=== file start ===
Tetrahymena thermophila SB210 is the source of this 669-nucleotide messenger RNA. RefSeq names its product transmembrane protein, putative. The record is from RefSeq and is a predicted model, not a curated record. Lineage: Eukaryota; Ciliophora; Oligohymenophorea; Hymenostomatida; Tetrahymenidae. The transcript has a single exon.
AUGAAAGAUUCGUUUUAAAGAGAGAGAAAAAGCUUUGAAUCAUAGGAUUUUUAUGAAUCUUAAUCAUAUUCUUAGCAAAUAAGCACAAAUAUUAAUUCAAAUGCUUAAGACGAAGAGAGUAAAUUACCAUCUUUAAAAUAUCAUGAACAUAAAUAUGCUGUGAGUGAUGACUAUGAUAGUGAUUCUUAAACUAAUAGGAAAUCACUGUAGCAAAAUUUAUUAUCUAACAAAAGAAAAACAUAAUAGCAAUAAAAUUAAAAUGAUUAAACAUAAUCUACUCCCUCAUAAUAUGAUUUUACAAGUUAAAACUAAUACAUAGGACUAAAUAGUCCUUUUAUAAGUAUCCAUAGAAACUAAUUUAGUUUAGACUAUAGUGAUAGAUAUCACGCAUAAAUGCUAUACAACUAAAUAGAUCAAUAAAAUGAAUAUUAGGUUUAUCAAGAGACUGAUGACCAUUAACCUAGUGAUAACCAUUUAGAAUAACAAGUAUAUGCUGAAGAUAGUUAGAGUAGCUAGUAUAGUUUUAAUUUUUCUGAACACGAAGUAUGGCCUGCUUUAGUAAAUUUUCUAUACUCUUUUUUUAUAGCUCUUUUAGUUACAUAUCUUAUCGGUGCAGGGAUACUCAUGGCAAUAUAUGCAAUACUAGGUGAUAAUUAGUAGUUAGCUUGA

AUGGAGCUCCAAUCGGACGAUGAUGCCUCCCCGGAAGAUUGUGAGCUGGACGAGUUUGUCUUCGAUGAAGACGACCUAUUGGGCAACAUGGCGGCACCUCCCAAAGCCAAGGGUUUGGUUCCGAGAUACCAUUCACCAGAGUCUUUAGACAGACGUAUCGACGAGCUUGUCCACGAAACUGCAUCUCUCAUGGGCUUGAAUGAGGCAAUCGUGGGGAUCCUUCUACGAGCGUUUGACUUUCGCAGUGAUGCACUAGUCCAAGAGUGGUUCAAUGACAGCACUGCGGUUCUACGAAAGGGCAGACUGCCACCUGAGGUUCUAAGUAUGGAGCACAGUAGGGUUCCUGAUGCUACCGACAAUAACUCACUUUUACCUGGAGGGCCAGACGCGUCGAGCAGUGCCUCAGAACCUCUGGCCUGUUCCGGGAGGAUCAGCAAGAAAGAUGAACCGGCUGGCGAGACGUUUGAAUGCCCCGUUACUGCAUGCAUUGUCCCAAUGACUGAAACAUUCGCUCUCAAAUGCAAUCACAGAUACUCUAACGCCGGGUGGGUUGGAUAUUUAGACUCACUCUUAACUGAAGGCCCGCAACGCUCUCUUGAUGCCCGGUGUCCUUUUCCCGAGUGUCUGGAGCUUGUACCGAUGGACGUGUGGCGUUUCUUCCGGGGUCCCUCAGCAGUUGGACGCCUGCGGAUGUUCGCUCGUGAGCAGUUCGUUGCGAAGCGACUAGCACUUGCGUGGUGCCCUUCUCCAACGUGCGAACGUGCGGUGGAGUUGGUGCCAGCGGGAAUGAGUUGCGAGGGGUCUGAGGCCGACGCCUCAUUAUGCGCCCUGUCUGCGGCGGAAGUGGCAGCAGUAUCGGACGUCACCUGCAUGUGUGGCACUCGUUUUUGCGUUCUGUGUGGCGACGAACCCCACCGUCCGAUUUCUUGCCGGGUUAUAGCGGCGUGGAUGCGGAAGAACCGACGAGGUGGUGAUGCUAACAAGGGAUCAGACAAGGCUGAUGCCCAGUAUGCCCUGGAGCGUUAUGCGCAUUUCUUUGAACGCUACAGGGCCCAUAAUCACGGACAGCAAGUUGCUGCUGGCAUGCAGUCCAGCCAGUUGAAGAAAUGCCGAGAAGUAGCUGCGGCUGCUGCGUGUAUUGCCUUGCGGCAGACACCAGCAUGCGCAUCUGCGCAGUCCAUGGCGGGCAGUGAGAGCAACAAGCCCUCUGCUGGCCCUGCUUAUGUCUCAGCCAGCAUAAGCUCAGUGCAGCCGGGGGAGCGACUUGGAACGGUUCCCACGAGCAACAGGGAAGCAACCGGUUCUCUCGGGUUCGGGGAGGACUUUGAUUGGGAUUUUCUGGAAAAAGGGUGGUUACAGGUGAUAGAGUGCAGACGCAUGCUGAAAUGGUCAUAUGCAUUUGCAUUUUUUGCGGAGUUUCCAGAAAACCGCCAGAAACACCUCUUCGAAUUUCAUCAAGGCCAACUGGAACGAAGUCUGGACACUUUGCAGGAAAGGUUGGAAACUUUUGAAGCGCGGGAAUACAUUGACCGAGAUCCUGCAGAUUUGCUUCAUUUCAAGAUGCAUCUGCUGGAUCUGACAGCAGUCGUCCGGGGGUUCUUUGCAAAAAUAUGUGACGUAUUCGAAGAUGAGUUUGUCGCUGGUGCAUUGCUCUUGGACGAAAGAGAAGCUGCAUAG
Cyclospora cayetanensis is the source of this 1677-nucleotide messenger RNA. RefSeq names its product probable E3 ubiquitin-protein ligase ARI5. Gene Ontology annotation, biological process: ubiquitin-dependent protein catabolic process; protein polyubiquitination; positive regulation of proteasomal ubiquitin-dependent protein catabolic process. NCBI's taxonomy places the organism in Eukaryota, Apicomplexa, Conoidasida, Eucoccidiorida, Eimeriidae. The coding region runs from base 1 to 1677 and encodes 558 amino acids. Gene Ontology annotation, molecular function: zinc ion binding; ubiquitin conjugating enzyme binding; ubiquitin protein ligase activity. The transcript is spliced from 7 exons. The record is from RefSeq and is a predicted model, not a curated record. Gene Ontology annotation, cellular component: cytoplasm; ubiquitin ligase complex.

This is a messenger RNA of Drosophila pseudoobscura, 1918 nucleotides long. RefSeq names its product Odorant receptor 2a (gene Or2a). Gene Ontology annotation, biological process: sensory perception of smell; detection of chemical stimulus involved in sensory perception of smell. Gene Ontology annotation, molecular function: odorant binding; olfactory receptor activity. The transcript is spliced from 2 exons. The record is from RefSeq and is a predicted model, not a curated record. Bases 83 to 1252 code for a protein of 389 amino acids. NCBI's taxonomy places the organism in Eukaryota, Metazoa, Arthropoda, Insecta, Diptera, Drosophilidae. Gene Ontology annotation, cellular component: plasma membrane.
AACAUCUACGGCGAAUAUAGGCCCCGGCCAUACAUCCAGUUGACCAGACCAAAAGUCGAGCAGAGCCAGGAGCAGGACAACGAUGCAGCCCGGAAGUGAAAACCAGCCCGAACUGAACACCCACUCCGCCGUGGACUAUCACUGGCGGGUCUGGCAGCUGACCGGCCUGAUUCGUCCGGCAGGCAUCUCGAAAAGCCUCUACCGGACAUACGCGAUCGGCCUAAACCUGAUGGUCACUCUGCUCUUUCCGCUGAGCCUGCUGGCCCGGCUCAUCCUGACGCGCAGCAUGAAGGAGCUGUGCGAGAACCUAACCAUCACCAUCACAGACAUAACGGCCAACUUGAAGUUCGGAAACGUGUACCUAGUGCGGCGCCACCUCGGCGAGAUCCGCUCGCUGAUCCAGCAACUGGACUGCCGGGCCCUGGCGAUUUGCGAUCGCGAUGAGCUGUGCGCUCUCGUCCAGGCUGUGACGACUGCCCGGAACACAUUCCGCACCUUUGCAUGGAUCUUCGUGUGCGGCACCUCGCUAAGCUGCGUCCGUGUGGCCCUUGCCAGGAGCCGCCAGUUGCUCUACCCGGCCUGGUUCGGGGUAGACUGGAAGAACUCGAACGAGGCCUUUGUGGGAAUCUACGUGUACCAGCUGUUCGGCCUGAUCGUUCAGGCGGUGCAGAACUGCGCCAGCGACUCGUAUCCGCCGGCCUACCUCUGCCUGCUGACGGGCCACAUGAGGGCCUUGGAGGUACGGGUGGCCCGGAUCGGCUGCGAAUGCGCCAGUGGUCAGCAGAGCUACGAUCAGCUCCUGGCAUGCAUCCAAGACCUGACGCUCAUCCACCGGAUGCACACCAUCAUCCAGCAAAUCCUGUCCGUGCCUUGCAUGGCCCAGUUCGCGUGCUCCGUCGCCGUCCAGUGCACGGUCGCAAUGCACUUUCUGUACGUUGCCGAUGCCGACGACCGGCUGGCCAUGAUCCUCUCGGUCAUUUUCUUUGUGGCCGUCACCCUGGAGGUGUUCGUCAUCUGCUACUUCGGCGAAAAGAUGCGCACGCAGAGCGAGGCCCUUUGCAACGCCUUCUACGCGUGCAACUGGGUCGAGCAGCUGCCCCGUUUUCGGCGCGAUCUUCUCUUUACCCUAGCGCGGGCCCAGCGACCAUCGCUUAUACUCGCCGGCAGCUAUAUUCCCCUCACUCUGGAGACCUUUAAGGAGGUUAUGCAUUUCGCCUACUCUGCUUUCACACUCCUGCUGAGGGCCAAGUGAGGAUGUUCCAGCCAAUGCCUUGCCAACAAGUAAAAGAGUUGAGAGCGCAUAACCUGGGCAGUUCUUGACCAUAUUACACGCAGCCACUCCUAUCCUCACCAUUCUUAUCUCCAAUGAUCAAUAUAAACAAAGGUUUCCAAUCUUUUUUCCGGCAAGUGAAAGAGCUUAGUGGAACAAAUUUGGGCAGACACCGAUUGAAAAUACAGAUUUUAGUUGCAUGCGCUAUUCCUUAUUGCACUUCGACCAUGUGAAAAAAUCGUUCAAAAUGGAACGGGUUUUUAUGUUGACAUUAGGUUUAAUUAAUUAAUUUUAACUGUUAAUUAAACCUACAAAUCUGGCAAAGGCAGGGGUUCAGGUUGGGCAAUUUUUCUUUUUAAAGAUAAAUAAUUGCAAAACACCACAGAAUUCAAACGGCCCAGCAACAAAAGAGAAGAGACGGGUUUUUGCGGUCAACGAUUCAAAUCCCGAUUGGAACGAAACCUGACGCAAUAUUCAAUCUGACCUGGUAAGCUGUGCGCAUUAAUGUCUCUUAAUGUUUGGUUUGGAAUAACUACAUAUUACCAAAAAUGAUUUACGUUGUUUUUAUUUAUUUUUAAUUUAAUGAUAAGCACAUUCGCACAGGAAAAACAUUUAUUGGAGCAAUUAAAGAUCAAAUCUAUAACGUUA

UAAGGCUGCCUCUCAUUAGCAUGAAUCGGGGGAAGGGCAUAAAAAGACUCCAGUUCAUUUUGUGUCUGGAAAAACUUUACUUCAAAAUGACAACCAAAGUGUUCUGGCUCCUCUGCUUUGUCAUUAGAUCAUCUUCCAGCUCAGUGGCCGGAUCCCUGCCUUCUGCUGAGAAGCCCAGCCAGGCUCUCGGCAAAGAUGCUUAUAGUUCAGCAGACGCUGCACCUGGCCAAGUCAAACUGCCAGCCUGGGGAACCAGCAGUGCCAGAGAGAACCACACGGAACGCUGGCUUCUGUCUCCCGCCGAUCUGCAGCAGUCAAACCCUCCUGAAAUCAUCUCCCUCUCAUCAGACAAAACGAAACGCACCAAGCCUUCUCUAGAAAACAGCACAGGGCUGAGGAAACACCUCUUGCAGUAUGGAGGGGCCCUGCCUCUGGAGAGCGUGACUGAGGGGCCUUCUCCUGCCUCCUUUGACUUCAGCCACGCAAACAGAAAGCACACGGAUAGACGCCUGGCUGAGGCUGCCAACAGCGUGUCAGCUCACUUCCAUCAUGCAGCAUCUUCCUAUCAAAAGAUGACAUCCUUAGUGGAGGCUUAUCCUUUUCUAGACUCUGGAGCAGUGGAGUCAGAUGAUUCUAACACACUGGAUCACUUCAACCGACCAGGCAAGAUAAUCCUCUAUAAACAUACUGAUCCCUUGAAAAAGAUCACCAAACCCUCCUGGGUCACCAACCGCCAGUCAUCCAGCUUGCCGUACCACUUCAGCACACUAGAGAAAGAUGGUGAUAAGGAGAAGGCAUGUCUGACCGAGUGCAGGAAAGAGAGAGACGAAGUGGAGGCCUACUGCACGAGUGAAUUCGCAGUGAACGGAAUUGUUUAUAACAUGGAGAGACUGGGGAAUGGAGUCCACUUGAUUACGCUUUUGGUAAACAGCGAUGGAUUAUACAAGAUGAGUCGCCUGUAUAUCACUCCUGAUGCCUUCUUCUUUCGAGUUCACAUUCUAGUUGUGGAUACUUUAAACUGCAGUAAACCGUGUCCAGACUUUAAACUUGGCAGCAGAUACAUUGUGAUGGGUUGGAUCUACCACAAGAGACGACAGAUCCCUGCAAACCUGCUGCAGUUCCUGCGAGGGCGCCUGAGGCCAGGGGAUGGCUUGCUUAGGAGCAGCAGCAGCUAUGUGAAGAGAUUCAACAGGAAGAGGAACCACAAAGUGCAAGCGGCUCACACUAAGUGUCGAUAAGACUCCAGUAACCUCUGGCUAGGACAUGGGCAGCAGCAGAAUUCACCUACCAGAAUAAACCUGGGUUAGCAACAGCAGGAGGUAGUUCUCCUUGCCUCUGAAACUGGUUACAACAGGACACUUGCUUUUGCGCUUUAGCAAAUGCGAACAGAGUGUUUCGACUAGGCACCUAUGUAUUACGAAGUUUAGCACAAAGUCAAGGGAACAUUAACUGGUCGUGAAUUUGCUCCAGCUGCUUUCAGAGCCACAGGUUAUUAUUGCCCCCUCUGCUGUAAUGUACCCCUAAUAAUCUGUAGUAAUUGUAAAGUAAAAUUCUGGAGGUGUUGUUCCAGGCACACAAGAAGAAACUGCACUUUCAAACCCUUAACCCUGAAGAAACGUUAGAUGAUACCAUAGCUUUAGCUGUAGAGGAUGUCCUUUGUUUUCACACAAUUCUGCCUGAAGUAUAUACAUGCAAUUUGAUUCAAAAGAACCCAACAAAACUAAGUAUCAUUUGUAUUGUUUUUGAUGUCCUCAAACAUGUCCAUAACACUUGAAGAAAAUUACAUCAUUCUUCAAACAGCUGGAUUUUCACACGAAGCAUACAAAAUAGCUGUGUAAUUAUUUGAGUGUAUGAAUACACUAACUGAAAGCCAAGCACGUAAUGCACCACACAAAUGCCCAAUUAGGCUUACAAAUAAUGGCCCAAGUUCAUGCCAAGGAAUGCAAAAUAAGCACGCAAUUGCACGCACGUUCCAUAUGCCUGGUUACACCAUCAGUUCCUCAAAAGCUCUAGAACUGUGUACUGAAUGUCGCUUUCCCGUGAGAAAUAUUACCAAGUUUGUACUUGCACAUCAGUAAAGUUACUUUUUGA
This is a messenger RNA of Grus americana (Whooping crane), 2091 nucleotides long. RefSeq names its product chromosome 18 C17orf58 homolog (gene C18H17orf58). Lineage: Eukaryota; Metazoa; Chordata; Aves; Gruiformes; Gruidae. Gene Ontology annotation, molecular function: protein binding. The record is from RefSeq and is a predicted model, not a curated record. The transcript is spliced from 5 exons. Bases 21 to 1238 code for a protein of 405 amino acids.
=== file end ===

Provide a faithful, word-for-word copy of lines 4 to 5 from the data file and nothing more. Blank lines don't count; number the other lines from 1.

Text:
Cyclospora cayetanensis is the source of this 1677-nucleotide messenger RNA. RefSeq names its product probable E3 ubiquitin-protein ligase ARI5. Gene Ontology annotation, biological process: ubiquitin-dependent protein catabolic process; protein polyubiquitination; positive regulation of proteasomal ubiquitin-dependent protein catabolic process. NCBI's taxonomy places the organism in Eukaryota, Apicomplexa, Conoidasida, Eucoccidiorida, Eimeriidae. The coding region runs from base 1 to 1677 and encodes 558 amino acids. Gene Ontology annotation, molecular function: zinc ion binding; ubiquitin conjugating enzyme binding; ubiquitin protein ligase activity. The transcript is spliced from 7 exons. The record is from RefSeq and is a predicted model, not a curated record. Gene Ontology annotation, cellular component: cytoplasm; ubiquitin ligase complex.

This is a messenger RNA of Drosophila pseudoobscura, 1918 nucleotides long. RefSeq names its product Odorant receptor 2a (gene Or2a). Gene Ontology annotation, biological process: sensory perception of smell; detection of chemical stimulus involved in sensory perception of smell. Gene Ontology annotation, molecular function: odorant binding; olfactory receptor activity. The transcript is spliced from 2 exons. The record is from RefSeq and is a predicted model, not a curated record. Bases 83 to 1252 code for a protein of 389 amino acids. NCBI's taxonomy places the organism in Eukaryota, Metazoa, Arthropoda, Insecta, Diptera, Drosophilidae. Gene Ontology annotation, cellular component: plasma membrane.